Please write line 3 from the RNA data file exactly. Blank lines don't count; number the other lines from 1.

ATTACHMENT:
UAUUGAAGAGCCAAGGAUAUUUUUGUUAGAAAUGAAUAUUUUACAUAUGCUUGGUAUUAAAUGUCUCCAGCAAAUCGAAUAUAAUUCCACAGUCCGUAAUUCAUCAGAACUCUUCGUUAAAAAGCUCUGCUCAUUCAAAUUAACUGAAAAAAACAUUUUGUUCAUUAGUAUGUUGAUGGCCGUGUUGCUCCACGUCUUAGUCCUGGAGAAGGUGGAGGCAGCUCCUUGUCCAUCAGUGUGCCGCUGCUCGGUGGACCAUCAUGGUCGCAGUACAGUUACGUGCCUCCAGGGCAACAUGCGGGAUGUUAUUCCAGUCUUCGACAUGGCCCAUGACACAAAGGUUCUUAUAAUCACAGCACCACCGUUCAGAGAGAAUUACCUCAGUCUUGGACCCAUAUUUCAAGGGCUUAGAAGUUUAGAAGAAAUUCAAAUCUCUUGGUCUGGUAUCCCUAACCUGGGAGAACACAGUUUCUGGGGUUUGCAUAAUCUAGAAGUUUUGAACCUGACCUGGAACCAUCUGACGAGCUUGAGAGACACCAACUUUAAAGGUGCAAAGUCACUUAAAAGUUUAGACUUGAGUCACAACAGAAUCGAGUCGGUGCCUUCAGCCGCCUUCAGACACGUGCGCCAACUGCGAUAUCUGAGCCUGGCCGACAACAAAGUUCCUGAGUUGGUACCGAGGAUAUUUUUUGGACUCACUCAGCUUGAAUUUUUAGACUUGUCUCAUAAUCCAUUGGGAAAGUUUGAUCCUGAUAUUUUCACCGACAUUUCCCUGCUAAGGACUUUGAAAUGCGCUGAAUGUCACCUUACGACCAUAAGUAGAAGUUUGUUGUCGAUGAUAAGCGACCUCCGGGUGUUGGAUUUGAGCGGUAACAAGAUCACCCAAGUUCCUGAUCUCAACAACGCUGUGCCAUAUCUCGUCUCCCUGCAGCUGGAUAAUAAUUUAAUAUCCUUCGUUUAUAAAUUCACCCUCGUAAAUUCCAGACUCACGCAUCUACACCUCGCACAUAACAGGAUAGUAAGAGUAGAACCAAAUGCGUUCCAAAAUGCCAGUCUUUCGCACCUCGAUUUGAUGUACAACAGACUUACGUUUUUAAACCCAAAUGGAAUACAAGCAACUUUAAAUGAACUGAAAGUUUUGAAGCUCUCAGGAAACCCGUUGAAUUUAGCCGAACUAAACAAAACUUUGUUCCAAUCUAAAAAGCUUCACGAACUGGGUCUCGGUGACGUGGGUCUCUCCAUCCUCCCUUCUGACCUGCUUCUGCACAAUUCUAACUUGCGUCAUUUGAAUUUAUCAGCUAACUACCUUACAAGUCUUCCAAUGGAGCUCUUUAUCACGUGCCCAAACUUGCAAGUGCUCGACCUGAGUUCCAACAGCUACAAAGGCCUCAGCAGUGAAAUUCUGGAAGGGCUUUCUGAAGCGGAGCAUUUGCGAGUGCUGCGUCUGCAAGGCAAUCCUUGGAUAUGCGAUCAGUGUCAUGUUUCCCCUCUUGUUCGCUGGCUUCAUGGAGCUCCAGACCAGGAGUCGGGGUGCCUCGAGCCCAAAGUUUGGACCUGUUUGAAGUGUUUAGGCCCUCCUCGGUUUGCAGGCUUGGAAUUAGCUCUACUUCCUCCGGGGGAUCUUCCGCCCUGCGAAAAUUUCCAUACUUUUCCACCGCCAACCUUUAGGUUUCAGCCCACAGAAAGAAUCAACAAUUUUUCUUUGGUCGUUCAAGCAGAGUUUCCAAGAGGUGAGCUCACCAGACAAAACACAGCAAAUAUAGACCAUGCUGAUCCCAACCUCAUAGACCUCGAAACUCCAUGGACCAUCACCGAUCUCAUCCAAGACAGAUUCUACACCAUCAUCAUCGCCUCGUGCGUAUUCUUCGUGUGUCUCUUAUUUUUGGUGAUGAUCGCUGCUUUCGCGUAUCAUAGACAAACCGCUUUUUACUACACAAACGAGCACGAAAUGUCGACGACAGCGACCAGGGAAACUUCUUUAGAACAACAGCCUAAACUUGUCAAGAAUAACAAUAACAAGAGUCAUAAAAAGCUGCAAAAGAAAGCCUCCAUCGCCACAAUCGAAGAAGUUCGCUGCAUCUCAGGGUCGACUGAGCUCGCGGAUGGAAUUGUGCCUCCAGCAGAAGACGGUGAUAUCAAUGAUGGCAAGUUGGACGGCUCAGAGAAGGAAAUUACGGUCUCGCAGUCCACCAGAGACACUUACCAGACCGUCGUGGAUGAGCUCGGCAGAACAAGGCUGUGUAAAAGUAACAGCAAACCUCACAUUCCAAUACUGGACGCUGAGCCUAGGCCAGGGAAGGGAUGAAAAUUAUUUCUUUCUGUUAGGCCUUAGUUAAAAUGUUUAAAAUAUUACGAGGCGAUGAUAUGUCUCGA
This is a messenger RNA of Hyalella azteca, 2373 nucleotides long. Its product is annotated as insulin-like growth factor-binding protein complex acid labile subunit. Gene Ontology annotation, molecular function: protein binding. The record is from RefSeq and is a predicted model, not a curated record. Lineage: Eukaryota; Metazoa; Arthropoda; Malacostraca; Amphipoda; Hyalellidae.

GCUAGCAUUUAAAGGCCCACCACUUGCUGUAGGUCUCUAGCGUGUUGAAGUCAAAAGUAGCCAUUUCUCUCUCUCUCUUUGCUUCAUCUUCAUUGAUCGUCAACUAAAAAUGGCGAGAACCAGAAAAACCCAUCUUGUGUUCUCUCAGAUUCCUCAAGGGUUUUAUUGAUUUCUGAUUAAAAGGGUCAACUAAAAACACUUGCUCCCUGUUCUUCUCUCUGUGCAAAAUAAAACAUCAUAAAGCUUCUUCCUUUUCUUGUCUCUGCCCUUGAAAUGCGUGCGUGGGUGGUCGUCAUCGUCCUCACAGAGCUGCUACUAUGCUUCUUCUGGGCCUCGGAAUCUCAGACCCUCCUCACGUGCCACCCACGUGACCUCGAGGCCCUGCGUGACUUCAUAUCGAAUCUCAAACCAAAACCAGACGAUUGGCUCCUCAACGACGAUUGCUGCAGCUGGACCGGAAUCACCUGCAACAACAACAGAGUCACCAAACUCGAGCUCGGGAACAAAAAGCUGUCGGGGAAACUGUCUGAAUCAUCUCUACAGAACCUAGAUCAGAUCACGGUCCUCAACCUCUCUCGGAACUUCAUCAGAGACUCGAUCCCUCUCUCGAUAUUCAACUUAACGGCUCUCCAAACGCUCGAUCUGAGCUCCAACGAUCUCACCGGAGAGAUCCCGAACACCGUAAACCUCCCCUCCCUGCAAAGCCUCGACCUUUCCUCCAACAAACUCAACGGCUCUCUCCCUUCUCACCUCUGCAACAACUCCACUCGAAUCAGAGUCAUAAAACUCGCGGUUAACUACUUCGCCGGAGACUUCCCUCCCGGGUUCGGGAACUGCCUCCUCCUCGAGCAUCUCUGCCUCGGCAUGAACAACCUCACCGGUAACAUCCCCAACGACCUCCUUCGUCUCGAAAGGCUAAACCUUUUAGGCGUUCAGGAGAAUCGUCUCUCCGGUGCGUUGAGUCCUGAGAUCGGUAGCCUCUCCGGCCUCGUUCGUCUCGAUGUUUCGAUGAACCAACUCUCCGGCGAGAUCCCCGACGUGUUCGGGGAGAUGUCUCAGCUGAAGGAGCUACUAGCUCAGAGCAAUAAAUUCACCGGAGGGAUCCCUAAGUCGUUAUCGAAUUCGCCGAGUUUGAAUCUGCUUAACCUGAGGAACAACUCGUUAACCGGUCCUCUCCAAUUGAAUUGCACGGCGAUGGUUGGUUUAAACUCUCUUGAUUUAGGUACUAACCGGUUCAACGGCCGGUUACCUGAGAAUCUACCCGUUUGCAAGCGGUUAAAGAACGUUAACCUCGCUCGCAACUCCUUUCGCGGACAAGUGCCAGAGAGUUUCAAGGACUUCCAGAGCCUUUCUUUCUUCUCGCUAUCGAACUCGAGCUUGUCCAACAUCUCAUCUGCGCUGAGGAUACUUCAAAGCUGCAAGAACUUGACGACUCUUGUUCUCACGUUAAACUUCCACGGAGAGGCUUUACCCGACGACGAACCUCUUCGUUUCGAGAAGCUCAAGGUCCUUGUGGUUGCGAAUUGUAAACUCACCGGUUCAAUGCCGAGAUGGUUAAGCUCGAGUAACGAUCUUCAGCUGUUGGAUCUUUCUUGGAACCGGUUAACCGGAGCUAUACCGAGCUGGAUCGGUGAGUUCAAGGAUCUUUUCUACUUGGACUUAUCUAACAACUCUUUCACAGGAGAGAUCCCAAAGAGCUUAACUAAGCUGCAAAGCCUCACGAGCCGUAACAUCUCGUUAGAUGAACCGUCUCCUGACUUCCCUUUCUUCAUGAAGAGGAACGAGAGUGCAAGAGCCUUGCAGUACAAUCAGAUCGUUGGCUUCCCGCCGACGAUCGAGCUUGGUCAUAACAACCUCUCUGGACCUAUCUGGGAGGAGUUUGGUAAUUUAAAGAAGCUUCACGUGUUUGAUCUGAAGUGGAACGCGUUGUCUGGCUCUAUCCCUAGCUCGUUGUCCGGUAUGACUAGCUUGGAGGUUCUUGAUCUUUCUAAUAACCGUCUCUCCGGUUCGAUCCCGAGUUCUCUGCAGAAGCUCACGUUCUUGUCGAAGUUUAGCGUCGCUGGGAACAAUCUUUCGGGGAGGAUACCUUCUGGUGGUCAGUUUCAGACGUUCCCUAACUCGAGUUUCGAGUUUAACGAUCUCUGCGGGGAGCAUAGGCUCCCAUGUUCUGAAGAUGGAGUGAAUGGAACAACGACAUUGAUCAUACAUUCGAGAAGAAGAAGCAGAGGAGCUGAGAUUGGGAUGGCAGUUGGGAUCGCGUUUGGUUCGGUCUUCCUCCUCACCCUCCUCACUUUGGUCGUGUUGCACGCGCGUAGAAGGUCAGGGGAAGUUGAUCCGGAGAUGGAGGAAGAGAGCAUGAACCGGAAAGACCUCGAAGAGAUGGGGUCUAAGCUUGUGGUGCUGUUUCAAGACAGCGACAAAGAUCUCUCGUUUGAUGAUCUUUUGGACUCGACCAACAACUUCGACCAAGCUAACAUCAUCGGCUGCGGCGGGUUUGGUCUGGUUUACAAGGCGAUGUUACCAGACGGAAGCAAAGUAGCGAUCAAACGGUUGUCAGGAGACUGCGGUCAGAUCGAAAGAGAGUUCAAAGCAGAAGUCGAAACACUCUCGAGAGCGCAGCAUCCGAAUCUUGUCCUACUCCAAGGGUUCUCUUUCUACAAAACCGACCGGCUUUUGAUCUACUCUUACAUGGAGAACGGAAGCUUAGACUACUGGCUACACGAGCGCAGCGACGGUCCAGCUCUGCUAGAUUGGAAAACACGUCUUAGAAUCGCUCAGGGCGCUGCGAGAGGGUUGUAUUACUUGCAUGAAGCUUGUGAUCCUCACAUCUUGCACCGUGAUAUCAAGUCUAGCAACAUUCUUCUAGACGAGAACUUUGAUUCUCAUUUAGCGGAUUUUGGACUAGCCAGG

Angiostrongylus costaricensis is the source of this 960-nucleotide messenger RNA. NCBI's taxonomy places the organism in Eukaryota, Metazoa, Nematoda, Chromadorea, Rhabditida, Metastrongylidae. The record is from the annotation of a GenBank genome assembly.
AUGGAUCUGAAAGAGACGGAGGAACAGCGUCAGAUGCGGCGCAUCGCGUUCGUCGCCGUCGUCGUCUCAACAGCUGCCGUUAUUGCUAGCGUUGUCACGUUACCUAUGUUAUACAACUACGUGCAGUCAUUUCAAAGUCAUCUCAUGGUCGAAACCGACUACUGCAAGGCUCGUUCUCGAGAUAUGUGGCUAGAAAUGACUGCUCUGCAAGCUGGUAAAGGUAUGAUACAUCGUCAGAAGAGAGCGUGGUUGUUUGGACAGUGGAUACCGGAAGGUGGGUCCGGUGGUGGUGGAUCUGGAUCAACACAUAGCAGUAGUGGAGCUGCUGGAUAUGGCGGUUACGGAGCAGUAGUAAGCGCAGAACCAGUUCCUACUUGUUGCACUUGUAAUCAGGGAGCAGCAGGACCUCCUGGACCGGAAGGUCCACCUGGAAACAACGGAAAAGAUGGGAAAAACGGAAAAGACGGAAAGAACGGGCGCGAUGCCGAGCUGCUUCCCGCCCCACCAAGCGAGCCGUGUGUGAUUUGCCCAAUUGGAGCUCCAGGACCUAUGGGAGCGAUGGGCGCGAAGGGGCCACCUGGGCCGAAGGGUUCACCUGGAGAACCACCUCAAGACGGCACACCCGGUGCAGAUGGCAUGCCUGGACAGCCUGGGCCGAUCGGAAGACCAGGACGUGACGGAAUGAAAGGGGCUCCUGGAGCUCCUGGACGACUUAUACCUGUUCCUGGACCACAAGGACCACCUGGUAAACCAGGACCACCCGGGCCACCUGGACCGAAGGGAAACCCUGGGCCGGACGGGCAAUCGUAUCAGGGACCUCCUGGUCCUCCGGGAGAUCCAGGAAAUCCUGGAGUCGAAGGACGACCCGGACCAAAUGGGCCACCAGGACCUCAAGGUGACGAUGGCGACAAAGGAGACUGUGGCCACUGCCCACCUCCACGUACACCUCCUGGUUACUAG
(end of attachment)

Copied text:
GCUAGCAUUUAAAGGCCCACCACUUGCUGUAGGUCUCUAGCGUGUUGAAGUCAAAAGUAGCCAUUUCUCUCUCUCUCUUUGCUUCAUCUUCAUUGAUCGUCAACUAAAAAUGGCGAGAACCAGAAAAACCCAUCUUGUGUUCUCUCAGAUUCCUCAAGGGUUUUAUUGAUUUCUGAUUAAAAGGGUCAACUAAAAACACUUGCUCCCUGUUCUUCUCUCUGUGCAAAAUAAAACAUCAUAAAGCUUCUUCCUUUUCUUGUCUCUGCCCUUGAAAUGCGUGCGUGGGUGGUCGUCAUCGUCCUCACAGAGCUGCUACUAUGCUUCUUCUGGGCCUCGGAAUCUCAGACCCUCCUCACGUGCCACCCACGUGACCUCGAGGCCCUGCGUGACUUCAUAUCGAAUCUCAAACCAAAACCAGACGAUUGGCUCCUCAACGACGAUUGCUGCAGCUGGACCGGAAUCACCUGCAACAACAACAGAGUCACCAAACUCGAGCUCGGGAACAAAAAGCUGUCGGGGAAACUGUCUGAAUCAUCUCUACAGAACCUAGAUCAGAUCACGGUCCUCAACCUCUCUCGGAACUUCAUCAGAGACUCGAUCCCUCUCUCGAUAUUCAACUUAACGGCUCUCCAAACGCUCGAUCUGAGCUCCAACGAUCUCACCGGAGAGAUCCCGAACACCGUAAACCUCCCCUCCCUGCAAAGCCUCGACCUUUCCUCCAACAAACUCAACGGCUCUCUCCCUUCUCACCUCUGCAACAACUCCACUCGAAUCAGAGUCAUAAAACUCGCGGUUAACUACUUCGCCGGAGACUUCCCUCCCGGGUUCGGGAACUGCCUCCUCCUCGAGCAUCUCUGCCUCGGCAUGAACAACCUCACCGGUAACAUCCCCAACGACCUCCUUCGUCUCGAAAGGCUAAACCUUUUAGGCGUUCAGGAGAAUCGUCUCUCCGGUGCGUUGAGUCCUGAGAUCGGUAGCCUCUCCGGCCUCGUUCGUCUCGAUGUUUCGAUGAACCAACUCUCCGGCGAGAUCCCCGACGUGUUCGGGGAGAUGUCUCAGCUGAAGGAGCUACUAGCUCAGAGCAAUAAAUUCACCGGAGGGAUCCCUAAGUCGUUAUCGAAUUCGCCGAGUUUGAAUCUGCUUAACCUGAGGAACAACUCGUUAACCGGUCCUCUCCAAUUGAAUUGCACGGCGAUGGUUGGUUUAAACUCUCUUGAUUUAGGUACUAACCGGUUCAACGGCCGGUUACCUGAGAAUCUACCCGUUUGCAAGCGGUUAAAGAACGUUAACCUCGCUCGCAACUCCUUUCGCGGACAAGUGCCAGAGAGUUUCAAGGACUUCCAGAGCCUUUCUUUCUUCUCGCUAUCGAACUCGAGCUUGUCCAACAUCUCAUCUGCGCUGAGGAUACUUCAAAGCUGCAAGAACUUGACGACUCUUGUUCUCACGUUAAACUUCCACGGAGAGGCUUUACCCGACGACGAACCUCUUCGUUUCGAGAAGCUCAAGGUCCUUGUGGUUGCGAAUUGUAAACUCACCGGUUCAAUGCCGAGAUGGUUAAGCUCGAGUAACGAUCUUCAGCUGUUGGAUCUUUCUUGGAACCGGUUAACCGGAGCUAUACCGAGCUGGAUCGGUGAGUUCAAGGAUCUUUUCUACUUGGACUUAUCUAACAACUCUUUCACAGGAGAGAUCCCAAAGAGCUUAACUAAGCUGCAAAGCCUCACGAGCCGUAACAUCUCGUUAGAUGAACCGUCUCCUGACUUCCCUUUCUUCAUGAAGAGGAACGAGAGUGCAAGAGCCUUGCAGUACAAUCAGAUCGUUGGCUUCCCGCCGACGAUCGAGCUUGGUCAUAACAACCUCUCUGGACCUAUCUGGGAGGAGUUUGGUAAUUUAAAGAAGCUUCACGUGUUUGAUCUGAAGUGGAACGCGUUGUCUGGCUCUAUCCCUAGCUCGUUGUCCGGUAUGACUAGCUUGGAGGUUCUUGAUCUUUCUAAUAACCGUCUCUCCGGUUCGAUCCCGAGUUCUCUGCAGAAGCUCACGUUCUUGUCGAAGUUUAGCGUCGCUGGGAACAAUCUUUCGGGGAGGAUACCUUCUGGUGGUCAGUUUCAGACGUUCCCUAACUCGAGUUUCGAGUUUAACGAUCUCUGCGGGGAGCAUAGGCUCCCAUGUUCUGAAGAUGGAGUGAAUGGAACAACGACAUUGAUCAUACAUUCGAGAAGAAGAAGCAGAGGAGCUGAGAUUGGGAUGGCAGUUGGGAUCGCGUUUGGUUCGGUCUUCCUCCUCACCCUCCUCACUUUGGUCGUGUUGCACGCGCGUAGAAGGUCAGGGGAAGUUGAUCCGGAGAUGGAGGAAGAGAGCAUGAACCGGAAAGACCUCGAAGAGAUGGGGUCUAAGCUUGUGGUGCUGUUUCAAGACAGCGACAAAGAUCUCUCGUUUGAUGAUCUUUUGGACUCGACCAACAACUUCGACCAAGCUAACAUCAUCGGCUGCGGCGGGUUUGGUCUGGUUUACAAGGCGAUGUUACCAGACGGAAGCAAAGUAGCGAUCAAACGGUUGUCAGGAGACUGCGGUCAGAUCGAAAGAGAGUUCAAAGCAGAAGUCGAAACACUCUCGAGAGCGCAGCAUCCGAAUCUUGUCCUACUCCAAGGGUUCUCUUUCUACAAAACCGACCGGCUUUUGAUCUACUCUUACAUGGAGAACGGAAGCUUAGACUACUGGCUACACGAGCGCAGCGACGGUCCAGCUCUGCUAGAUUGGAAAACACGUCUUAGAAUCGCUCAGGGCGCUGCGAGAGGGUUGUAUUACUUGCAUGAAGCUUGUGAUCCUCACAUCUUGCACCGUGAUAUCAAGUCUAGCAACAUUCUUCUAGACGAGAACUUUGAUUCUCAUUUAGCGGAUUUUGGACUAGCCAGG